Clin Anat. 2006 Feb 27;.
Three recent studies have offered an unprecedented view of the human body. The Visible Human Project, the Visible Korean Human (VKH), and the Chinese Visible Human have featured the serial sectioning of whole cadavers, producing cross-sectional images that methodically catalogue gross human anatomy. By volumetric reconstruction, these cross-sectional images can be transformed into three-dimensional (3D) images of anatomic structures. Compiling these 3D images would create an invaluable library for medical education and research. The goal of this report is to promote the expansion of such a library of 3D anatomic images and to help users fully understand and utilize the serially sectioned images. To do this, we will discuss the fundamental techniques and equipment used in the VKH and its preliminary experiments. We will also address new applications of the VKH, including virtual brain surgery, virtual endoscopy, and virtual cardiopulmonary resuscitation via the development of virtual dissection software. Clin. Anat., 2006. (c) 2006 Wiley-Liss, Inc.
Chinese visible human project.
Zhang SX, Heng PA, Liu ZJ
Clin Anat. 2006 Feb 27;.
Research on the digital visible human is of great significance and has considerable application value. The US visible human project created the first digital image dataset of a complete human (one male and one female) in 1995. To promote worldwide application-oriented visible human research, additional visible human datasets, representative of different populations of the world, are needed. The Chinese visible human (CVH) male (created in October 2002) and female (created in February 2003) Project achieved greater integrity of images, better blood vessel identification, and were free of organic disease. The most noteworthy technical advance of the Chinese visible human project (CVHP) was the construction of a low temperature laboratory, which prevented loss of small structures (including teeth, nasal conchae, and articular cartilage) from the milling surface. Thus, better integrity of images was achieved. To date, we have acquired five CVH datasets and volume rendered them for visualization on a PC. 3D reconstruction of some organs and structures has been completed and work to segment a complete dataset is under way. Although there is still a long way to go to make the visible human meet the application-oriented needs in various fields, progress is being made toward acquiring new datasets, performing segmentation, and setting up a platform of computer-assisted medicine. Here, we review the history and highlights of the CVHP and foresee its future development as well. Clin. Anat., 2006. (c) 2006 Wiley-Liss, Inc.
An interactive three-dimensional virtual body structures system for anatomical training over the internet.
Temkin B, Acosta E, Malvankar A, Vaidyanath S
Clin Anat. 2006 Feb 27;.
The Visible Human digital datasets make it possible to develop computer-based anatomical training systems that use virtual anatomical models (virtual body structures-VBS). Medical schools are combining these virtual training systems and classical anatomy teaching methods that use labeled images and cadaver dissection. In this paper we present a customizable web-based three-dimensional anatomy training system, W3D-VBS. W3D-VBS uses National Library of Medicine's (NLM) Visible Human Male datasets to interactively locate, explore, select, extract, highlight, label, and visualize, realistic 2D (using axial, coronal, and sagittal views) and 3D virtual structures. A real-time self-guided virtual tour of the entire body is designed to provide detailed anatomical information about structures, substructures, and proximal structures. The system thus facilitates learning of visuospatial relationships at a level of detail that may not be possible by any other means. The use of volumetric structures allows for repeated real-time virtual dissections, from any angle, at the convenience of the user. Volumetric (3D) virtual dissections are performed by adding, removing, highlighting, and labeling individual structures (and/or entire anatomical systems). The resultant virtual explorations (consisting of anatomical 2D/3D illustrations and animations), with user selected highlighting colors and label positions, can be saved and used for generating lesson plans and evaluation systems. Tracking users' progress using the evaluation system helps customize the curriculum, making W3D-VBS a powerful learning tool. Our plan is to incorporate other Visible Human segmented datasets, especially datasets with higher resolutions, that make it possible to include finer anatomical structures such as nerves and small vessels. Clin. Anat., 2006. (c) 2006 Wiley-Liss, Inc.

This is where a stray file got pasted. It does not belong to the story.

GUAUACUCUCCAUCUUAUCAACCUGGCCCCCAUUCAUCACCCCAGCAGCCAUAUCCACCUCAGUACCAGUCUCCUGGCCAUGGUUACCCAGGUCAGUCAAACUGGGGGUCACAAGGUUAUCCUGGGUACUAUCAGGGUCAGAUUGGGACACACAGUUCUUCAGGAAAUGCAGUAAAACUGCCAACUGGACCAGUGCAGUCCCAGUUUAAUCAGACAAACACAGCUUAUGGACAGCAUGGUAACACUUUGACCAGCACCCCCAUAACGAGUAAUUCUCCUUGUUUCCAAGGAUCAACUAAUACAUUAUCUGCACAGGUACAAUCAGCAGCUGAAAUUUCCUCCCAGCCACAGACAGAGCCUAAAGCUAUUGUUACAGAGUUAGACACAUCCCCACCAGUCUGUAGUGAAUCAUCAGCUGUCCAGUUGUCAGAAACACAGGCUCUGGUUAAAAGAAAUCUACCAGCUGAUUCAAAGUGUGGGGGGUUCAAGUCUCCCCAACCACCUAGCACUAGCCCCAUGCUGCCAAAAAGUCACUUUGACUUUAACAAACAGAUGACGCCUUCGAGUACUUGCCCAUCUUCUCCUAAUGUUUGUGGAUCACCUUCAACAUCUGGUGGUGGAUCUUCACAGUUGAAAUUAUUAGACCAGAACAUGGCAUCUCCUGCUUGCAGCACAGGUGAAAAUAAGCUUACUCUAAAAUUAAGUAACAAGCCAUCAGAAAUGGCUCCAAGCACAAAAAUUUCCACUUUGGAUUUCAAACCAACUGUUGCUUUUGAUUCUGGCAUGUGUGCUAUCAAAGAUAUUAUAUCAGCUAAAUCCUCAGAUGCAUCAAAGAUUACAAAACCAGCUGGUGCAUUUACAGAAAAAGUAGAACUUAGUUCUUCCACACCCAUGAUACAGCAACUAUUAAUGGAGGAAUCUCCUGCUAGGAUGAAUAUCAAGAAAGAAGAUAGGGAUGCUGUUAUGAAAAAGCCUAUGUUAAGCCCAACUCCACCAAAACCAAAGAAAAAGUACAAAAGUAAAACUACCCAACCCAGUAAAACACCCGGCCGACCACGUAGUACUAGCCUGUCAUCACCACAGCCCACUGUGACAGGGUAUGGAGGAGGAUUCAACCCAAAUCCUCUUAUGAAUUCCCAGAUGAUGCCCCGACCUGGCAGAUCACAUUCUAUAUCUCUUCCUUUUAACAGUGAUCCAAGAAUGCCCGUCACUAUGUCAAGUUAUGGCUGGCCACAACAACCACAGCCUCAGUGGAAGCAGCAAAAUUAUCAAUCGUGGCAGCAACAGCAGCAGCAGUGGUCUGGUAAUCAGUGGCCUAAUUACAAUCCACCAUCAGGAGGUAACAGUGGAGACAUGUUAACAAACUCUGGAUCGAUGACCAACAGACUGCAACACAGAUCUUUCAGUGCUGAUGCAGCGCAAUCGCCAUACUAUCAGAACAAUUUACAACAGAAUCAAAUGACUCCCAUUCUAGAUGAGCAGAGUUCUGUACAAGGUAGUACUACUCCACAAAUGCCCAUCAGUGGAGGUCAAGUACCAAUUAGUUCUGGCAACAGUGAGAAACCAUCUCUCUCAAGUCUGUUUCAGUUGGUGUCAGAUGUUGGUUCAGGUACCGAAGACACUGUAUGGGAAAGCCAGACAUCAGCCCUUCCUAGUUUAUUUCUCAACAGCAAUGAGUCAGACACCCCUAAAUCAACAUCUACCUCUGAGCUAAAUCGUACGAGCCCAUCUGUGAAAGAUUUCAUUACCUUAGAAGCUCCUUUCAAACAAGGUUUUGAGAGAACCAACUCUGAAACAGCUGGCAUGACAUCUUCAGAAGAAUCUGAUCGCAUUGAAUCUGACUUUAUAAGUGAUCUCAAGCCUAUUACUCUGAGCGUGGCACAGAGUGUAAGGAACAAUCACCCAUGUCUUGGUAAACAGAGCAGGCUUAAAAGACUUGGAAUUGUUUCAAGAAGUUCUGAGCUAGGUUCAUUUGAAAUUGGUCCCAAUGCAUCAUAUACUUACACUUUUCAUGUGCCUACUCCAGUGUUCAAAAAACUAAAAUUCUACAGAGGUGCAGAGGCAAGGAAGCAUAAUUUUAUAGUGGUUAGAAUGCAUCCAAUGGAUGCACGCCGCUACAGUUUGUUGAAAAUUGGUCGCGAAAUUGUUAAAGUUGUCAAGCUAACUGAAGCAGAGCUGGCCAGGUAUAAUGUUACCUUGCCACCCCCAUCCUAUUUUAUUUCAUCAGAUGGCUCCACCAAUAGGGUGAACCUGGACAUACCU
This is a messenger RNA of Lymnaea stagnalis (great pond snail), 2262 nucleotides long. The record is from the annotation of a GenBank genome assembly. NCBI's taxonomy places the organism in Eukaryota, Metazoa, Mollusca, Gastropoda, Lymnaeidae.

Contemporary views on female pelvic anatomy.
Cleve Clin J Med. 2005 Dec;72 Suppl 4:S3-11.
Three-dimensional study of pelvic asymmetry on anatomical specimens and its clinical perspectives.
Boulay C, Tardieu C, Benaim C, Hecquet J, Marty C, Prat-Pradal D, Legaye J, Duval-Beaupere G, Pelissier J
J Anat. 2006 Jan;208(1):21-33.
The aim of this study was to assess pelvic asymmetry (i.e. to determine whether the right iliac bone and the right part of the sacrum are mirror images of the left), both quantitatively and qualitatively, using three-dimensional measurements. Pelvic symmetry was described osteologically using a common reference coordinate system for a large sample of pelvises. Landmarks were established on 12 anatomical specimens with an electromagnetic Fastrak system. Seventy-one paired variables were tested with a paired t-test and a non-parametric test (Wilcoxon). A Pearson correlation matrix between the right and left values of the same variable was applied exclusively to values that were significantly asymmetric in order to calculate a dimensionless asymmetry index, ABGi, for each variable. Fifteen variables were significantly asymmetric and correlated with the right vs. left sides for the following anatomical regions: sacrum, iliac blades, iliac width, acetabulum and the superior lunate surface of the acetabulum. ABGi values above a threshold of +/- 4.8% were considered significantly asymmetric in seven variables of the pelvic area. Total asymmetry involving the right and the left pelvis seems to follow a spiral path in the pelvis; in the upper part, the iliac blades rotate clockwise, and in the lower part, the pubic symphysis rotates anticlockwise. Thus, pelvic asymmetry may be evaluated in clinical examinations by measuring iliac crest orientation.